Well, after nine months of action, the 2016/17 campaign ended the same way as the previous five. Juventus are once again crowned champions of Italy, clinching a record sixth consecutive Serie A titles, something no other club has ever accomplished before.
Adding a third Coppa Italia triumph – another first for that competition – this season saw a major evolution for the Bianconeri, one led by Max Allegri and embodied in the attacking talent at his disposal. Indeed, while their earlier successes were built upon the defence and Gigi Buffon, a tactical shift to 4-2-3-1 brought so much more effort and excellence from the likes of Paulo Dybala, Gonzalo Higuain and Mario Mandzukic.
Dani Alves and Alex brought an unpredictable edge to their play, while the likes of Leonardo Bonucci and Giorgio Chiellini ensured that they remain difficult to beat, once again conceding fewer goals (27) than any other side in the division.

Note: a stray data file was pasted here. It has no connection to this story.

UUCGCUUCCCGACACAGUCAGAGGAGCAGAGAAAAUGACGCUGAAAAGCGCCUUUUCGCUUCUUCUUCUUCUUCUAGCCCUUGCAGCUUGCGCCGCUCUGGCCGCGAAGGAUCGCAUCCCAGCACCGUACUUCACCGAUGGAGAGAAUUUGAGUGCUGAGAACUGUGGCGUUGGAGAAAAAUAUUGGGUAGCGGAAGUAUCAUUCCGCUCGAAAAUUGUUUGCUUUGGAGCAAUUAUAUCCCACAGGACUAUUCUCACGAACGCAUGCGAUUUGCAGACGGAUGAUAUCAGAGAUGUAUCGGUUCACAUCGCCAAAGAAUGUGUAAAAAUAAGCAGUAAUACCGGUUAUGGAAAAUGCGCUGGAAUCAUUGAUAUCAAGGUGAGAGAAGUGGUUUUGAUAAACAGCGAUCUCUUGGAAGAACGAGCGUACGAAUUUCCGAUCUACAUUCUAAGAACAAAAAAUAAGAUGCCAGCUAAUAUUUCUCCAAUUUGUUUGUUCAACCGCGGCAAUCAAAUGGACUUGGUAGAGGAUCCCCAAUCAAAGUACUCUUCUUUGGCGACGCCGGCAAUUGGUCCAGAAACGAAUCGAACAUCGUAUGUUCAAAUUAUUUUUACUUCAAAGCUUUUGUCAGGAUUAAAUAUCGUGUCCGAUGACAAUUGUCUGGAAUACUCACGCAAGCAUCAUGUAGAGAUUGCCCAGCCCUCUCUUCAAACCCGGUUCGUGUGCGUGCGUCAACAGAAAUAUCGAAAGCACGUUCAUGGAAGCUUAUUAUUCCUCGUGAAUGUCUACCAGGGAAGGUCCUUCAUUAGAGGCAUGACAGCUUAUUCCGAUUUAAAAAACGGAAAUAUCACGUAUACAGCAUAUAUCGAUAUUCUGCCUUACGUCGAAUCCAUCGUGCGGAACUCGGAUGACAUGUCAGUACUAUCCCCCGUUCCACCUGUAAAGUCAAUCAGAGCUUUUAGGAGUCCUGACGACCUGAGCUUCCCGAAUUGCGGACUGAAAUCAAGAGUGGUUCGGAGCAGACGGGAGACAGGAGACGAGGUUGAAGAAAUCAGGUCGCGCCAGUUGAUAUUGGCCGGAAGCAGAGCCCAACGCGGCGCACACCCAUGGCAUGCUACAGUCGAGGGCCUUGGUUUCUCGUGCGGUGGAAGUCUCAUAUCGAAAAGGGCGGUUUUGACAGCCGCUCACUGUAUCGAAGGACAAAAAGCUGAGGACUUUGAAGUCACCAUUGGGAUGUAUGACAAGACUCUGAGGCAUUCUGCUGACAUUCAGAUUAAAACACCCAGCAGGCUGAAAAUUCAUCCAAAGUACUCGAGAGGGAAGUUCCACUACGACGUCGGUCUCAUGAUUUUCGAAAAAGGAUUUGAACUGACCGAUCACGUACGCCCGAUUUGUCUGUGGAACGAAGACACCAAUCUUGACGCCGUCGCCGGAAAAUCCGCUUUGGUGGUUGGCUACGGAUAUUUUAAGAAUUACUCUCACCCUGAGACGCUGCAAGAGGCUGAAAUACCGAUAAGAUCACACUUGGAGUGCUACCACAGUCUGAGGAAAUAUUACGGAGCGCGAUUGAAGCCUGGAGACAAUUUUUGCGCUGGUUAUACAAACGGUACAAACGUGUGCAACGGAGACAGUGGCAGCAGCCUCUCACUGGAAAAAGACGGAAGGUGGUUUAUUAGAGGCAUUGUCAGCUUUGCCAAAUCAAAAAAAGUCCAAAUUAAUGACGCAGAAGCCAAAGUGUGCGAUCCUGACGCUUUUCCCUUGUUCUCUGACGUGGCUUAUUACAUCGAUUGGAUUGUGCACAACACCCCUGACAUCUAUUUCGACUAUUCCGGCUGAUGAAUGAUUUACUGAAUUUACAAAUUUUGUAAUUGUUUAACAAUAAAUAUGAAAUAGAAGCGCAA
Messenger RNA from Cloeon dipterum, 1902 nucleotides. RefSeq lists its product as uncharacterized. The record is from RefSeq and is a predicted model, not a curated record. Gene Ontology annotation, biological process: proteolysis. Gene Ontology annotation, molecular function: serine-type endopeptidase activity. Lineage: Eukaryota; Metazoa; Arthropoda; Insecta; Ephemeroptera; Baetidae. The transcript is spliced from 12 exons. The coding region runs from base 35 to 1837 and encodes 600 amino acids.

However, while there was something of a predictable air to Juve’s dominance, it should not be said that they had it easy. AS Roma pushed them hard for long stretches, but ultimately their own emotional fragility was their undoing, prompting Coach Luciano Spalletti to leave just two days after the season came to an end.
Napoli – playing unquestionably the most attractive brand of football on the peninsula – came in third, with Dries Mertens worthy of mention as Serie A’s Player of the Year. With Higuain in Turin, Arkadiusz Milik injured and Manolo Gabbiadini proving ineffective, the Belgian winger was asked to play as an out-and-out striker despite standing just 5’ 7” tall.